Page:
Like a lot of homes built in the early '80s, this one was full of unnecessary, non-structural walls and dropped ceilings. I met the clients in question in late January and luckily, I took a couple of photographs of their home as it was the first time I saw it. Here's one:
In this photo, I am standing at the entrance to the kitchen from the breakfast nook and I'm looking toward the dining room and the front of the house. Remember that perspective. Running along the left side of that photo is a nonsensical hallway and here's the entrance to it:
That hallway was restricting the space I had available for the kitchen, but inside of its dropped ceiling was a whole host of AC equipment. Losing the ceiling and the hallway was going to make this a pretty extensive renovation. Here's the floorplan as I found it:
The kitchen was shoved into that space on the left side of the compound angle wall. Compound angle walls are a particular pet peeve of mine and I couldn't wait to get in there and bring some efficiency and some decent sight lines to this family's life.
Once I started drawing, I removed the angles and drew in a very large island.
The island needed to do a couple of things. It had to hold the sink and the dishwasher of course, but I also had to be able to hide a big espresso and coffee machine. The appliance in question is 17 inches tall, and I knew a normal raised bar wasn't going to cut it.
I called in my favorite contractor Tim Brandt from TNC Builders and we started hashing out a plan to remove everything I wanted to remove.
At around the same time that I was playing around with layouts, my pals at Google SketchUp asked me if I had a model they could use at their trade show booth at KBIS in Atlanta and the AIA show in San Francisco.
So I sent them one of my early concept drawings.
This was pretty early into the process and my clients hadn't even seen it yet. It was helpful to get an idea out there though. By the time I had everything worked out, my idea had changed a little but the concept was pretty set.
Here's what I showed my clients and what they signed off on. The raised section on the left side finished off at 54 tall as measured from the floor to the top of the counter.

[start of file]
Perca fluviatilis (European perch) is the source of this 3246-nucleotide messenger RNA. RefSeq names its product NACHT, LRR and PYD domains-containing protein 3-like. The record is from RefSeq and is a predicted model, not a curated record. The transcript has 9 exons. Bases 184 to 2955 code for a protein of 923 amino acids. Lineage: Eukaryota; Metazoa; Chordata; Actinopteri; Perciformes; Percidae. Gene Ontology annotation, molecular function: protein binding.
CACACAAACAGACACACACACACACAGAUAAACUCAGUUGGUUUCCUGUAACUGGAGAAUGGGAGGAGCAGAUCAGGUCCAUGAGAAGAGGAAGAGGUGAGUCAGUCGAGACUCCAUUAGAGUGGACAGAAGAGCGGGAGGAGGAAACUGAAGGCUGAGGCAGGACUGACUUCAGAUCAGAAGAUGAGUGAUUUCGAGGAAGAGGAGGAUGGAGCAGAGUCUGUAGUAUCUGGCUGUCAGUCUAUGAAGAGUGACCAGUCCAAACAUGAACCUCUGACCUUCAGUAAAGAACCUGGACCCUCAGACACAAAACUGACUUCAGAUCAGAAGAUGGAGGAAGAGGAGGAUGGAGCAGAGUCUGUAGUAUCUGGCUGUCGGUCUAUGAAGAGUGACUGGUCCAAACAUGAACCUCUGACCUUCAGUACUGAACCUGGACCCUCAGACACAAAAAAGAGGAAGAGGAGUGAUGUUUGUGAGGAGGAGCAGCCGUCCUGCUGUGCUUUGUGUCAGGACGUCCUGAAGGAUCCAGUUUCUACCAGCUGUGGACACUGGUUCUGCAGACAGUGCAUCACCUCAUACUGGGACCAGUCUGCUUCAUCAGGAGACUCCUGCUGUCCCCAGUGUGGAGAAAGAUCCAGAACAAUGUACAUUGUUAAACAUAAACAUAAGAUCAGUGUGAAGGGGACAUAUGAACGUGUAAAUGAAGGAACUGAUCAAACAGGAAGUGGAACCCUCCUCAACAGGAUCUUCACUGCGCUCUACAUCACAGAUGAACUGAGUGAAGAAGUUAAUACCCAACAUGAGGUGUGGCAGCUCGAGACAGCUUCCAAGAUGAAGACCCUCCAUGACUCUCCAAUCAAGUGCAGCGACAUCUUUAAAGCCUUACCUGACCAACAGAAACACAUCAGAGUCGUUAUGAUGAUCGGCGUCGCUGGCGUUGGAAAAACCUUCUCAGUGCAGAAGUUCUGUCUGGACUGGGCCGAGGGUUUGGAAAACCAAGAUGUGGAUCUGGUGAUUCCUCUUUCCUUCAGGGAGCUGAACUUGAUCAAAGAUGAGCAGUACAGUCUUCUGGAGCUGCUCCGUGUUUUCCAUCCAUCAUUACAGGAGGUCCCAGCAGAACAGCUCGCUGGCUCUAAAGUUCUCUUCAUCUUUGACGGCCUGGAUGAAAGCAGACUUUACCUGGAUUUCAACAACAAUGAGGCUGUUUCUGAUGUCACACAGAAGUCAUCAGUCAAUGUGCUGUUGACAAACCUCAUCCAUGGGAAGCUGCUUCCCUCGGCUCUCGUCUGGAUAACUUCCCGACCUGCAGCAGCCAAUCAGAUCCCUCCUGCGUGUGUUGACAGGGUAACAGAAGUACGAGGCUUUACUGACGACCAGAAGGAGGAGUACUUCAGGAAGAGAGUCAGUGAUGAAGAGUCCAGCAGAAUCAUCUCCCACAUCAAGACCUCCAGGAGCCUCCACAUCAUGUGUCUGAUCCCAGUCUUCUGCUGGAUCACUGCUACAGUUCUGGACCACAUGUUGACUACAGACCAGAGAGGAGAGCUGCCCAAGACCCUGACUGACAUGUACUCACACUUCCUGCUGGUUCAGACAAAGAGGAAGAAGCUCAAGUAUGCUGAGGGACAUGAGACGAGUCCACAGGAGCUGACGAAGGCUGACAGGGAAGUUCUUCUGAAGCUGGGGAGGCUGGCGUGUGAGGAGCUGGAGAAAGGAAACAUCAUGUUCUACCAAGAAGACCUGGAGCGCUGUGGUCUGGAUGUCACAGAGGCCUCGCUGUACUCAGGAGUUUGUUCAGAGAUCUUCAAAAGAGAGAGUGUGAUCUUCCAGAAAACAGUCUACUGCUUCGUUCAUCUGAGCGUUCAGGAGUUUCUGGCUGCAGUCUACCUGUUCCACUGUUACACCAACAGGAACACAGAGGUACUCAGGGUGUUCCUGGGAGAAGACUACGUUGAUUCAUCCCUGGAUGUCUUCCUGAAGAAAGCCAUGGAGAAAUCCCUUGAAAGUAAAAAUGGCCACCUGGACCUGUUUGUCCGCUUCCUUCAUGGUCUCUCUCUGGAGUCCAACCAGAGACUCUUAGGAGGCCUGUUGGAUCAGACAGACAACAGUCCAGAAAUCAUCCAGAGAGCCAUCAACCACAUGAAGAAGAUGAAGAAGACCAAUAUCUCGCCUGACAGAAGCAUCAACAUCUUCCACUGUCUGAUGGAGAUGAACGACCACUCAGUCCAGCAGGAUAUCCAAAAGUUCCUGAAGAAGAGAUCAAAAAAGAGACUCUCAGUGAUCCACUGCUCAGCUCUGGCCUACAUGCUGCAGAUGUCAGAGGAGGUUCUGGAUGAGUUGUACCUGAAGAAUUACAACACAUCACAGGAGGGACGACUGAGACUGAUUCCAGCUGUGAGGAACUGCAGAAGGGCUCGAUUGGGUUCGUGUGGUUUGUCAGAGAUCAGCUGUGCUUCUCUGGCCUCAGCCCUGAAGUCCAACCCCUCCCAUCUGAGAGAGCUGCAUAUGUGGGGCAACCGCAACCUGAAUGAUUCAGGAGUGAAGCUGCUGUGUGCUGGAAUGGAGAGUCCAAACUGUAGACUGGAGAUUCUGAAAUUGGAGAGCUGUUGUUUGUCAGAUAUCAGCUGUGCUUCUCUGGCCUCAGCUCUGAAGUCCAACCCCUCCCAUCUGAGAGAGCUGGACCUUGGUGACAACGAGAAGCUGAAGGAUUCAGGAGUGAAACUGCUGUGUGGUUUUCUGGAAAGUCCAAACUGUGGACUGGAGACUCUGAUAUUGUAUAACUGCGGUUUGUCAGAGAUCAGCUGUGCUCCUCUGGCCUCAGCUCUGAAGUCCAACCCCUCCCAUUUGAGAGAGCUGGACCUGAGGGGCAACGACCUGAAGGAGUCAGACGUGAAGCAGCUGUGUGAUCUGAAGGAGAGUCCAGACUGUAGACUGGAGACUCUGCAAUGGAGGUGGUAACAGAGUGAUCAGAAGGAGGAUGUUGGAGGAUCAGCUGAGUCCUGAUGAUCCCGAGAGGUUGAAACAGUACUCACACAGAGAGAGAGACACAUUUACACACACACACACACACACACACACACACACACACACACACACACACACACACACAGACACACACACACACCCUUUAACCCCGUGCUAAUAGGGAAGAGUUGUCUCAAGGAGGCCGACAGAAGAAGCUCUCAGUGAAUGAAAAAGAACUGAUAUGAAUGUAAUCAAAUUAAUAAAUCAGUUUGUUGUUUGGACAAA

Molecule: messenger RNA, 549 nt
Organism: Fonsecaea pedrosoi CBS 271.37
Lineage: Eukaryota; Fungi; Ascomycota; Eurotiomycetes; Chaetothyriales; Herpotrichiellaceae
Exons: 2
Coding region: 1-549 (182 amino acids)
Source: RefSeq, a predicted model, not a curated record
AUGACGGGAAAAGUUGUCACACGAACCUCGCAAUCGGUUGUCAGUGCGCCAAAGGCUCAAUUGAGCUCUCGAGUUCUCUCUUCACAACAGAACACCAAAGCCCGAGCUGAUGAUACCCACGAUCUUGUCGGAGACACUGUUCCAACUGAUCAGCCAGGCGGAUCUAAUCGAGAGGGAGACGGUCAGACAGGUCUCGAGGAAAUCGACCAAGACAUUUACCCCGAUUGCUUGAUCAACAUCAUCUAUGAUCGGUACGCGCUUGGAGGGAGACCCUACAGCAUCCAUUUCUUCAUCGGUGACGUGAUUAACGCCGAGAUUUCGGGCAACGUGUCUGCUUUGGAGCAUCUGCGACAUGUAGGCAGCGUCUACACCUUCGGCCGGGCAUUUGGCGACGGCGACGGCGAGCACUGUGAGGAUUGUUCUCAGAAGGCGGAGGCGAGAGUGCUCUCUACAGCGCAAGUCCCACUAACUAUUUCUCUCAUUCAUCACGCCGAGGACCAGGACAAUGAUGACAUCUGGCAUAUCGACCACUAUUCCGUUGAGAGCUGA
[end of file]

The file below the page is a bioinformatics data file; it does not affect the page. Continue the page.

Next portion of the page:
I specified a wide-style Shaker cabinet door in cherry with a dark brown, nearly black stain on it.
This is pretty close to the stain color.
The floors were going to get a travertine-looking porcelain. I picked a 19" tile and I wanted it to be set on the diagonal through the whole back of the house.
The final tile was one very similar to this one from Mohawk.
I still like blue and brown color combinations, despite the conventional wisdom about them. So when it came to lighting, I looked to my old standbys, Besa Lighting.
This is Besa's Sasha II line-voltage halogen and the shade is in their Granite glass. I also used a flexible monorail from W.A.C.
The enormous island was showing a lot of back and I thought it would be a great canvas to cover in a glass tile.
This is Montana from Emenee and I ended up wrapping every exposed inch of the island and the back wall in it.
The counter is a sand-colored quartz composite from Cambria.
The kitchen faucet is the Clairette by Kohler and the sink is the Poise, also by Kohler.
The hardware is a steel bar pull from Schaub and Company, the bar stools are the Radius from Room and Board and the appliances are from KitchenAid. Hmmm, I think I have everything covered now.
So without further ado, here's how the room ended up.
And If you remember the first photo at the beginning of the post, I took it while I was standing at the dinette. Well, here's that same perspective now.
Let's see that before again:
Back in July, I wrote a post about a floor transition I'd designed and was very happy about. Here's the photo of my S curve transition.
Well, that transition was done for this project. It's kind of hard to see but the flexible track on the range and refrigerator side of the kitchen has the same S curve as the transition between the kitchen and the dining room has. Pretty slick if I may say so myself.
So bottom line, my clients spent somewhere around $60,000 for this entire project. That included a significant amount of construction as well as removing the popcorn ceilings from everywhere in the house. We were within the range of our original budget before the add-ons got added on. We started the tear out in May of '09 and walked out for the last time the first week in July. That's a nine week completion and we brought it in on budget.
And that is about as full a description of what I do as I can muster. You may now leave glowing comments. Hah!